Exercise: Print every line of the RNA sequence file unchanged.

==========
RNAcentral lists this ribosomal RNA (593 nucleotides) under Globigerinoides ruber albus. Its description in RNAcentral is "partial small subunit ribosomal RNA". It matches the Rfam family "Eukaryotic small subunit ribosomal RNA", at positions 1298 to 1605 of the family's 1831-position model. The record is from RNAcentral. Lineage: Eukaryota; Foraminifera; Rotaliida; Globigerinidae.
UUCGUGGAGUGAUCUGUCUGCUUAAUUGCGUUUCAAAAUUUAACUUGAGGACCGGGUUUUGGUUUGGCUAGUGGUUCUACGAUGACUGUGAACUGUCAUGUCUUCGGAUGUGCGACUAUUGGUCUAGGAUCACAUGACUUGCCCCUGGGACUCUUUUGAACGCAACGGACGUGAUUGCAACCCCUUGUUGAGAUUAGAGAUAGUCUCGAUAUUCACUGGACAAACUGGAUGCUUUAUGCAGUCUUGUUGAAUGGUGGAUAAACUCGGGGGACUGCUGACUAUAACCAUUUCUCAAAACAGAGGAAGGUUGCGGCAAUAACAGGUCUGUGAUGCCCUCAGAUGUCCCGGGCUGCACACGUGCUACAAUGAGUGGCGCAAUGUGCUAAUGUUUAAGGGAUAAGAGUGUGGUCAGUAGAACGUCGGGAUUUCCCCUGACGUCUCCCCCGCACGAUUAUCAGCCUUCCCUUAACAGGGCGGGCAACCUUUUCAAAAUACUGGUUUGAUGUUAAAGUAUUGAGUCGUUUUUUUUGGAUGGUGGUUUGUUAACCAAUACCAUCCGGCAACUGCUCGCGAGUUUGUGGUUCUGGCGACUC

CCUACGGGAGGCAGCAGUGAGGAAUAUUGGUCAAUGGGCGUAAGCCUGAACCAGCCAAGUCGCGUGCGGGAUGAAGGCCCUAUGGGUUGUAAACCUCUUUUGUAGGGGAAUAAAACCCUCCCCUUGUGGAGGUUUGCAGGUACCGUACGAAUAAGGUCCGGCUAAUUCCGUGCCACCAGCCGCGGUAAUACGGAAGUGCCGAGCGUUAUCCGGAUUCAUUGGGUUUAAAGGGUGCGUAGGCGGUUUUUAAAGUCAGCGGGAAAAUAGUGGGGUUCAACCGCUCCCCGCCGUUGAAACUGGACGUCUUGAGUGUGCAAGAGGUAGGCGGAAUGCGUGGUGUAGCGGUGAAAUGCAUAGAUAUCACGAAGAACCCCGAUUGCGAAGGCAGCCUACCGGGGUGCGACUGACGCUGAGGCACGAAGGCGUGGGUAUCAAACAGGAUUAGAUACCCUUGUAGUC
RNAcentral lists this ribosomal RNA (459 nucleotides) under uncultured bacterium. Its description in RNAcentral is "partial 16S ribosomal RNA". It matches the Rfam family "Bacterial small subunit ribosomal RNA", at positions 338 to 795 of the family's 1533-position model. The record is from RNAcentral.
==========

RNAcentral lists this ribosomal RNA (593 nucleotides) under Globigerinoides ruber albus. Its description in RNAcentral is "partial small subunit ribosomal RNA". It matches the Rfam family "Eukaryotic small subunit ribosomal RNA", at positions 1298 to 1605 of the family's 1831-position model. The record is from RNAcentral. Lineage: Eukaryota; Foraminifera; Rotaliida; Globigerinidae.
UUCGUGGAGUGAUCUGUCUGCUUAAUUGCGUUUCAAAAUUUAACUUGAGGACCGGGUUUUGGUUUGGCUAGUGGUUCUACGAUGACUGUGAACUGUCAUGUCUUCGGAUGUGCGACUAUUGGUCUAGGAUCACAUGACUUGCCCCUGGGACUCUUUUGAACGCAACGGACGUGAUUGCAACCCCUUGUUGAGAUUAGAGAUAGUCUCGAUAUUCACUGGACAAACUGGAUGCUUUAUGCAGUCUUGUUGAAUGGUGGAUAAACUCGGGGGACUGCUGACUAUAACCAUUUCUCAAAACAGAGGAAGGUUGCGGCAAUAACAGGUCUGUGAUGCCCUCAGAUGUCCCGGGCUGCACACGUGCUACAAUGAGUGGCGCAAUGUGCUAAUGUUUAAGGGAUAAGAGUGUGGUCAGUAGAACGUCGGGAUUUCCCCUGACGUCUCCCCCGCACGAUUAUCAGCCUUCCCUUAACAGGGCGGGCAACCUUUUCAAAAUACUGGUUUGAUGUUAAAGUAUUGAGUCGUUUUUUUUGGAUGGUGGUUUGUUAACCAAUACCAUCCGGCAACUGCUCGCGAGUUUGUGGUUCUGGCGACUC

CCUACGGGAGGCAGCAGUGAGGAAUAUUGGUCAAUGGGCGUAAGCCUGAACCAGCCAAGUCGCGUGCGGGAUGAAGGCCCUAUGGGUUGUAAACCUCUUUUGUAGGGGAAUAAAACCCUCCCCUUGUGGAGGUUUGCAGGUACCGUACGAAUAAGGUCCGGCUAAUUCCGUGCCACCAGCCGCGGUAAUACGGAAGUGCCGAGCGUUAUCCGGAUUCAUUGGGUUUAAAGGGUGCGUAGGCGGUUUUUAAAGUCAGCGGGAAAAUAGUGGGGUUCAACCGCUCCCCGCCGUUGAAACUGGACGUCUUGAGUGUGCAAGAGGUAGGCGGAAUGCGUGGUGUAGCGGUGAAAUGCAUAGAUAUCACGAAGAACCCCGAUUGCGAAGGCAGCCUACCGGGGUGCGACUGACGCUGAGGCACGAAGGCGUGGGUAUCAAACAGGAUUAGAUACCCUUGUAGUC
RNAcentral lists this ribosomal RNA (459 nucleotides) under uncultured bacterium. Its description in RNAcentral is "partial 16S ribosomal RNA". It matches the Rfam family "Bacterial small subunit ribosomal RNA", at positions 338 to 795 of the family's 1533-position model. The record is from RNAcentral.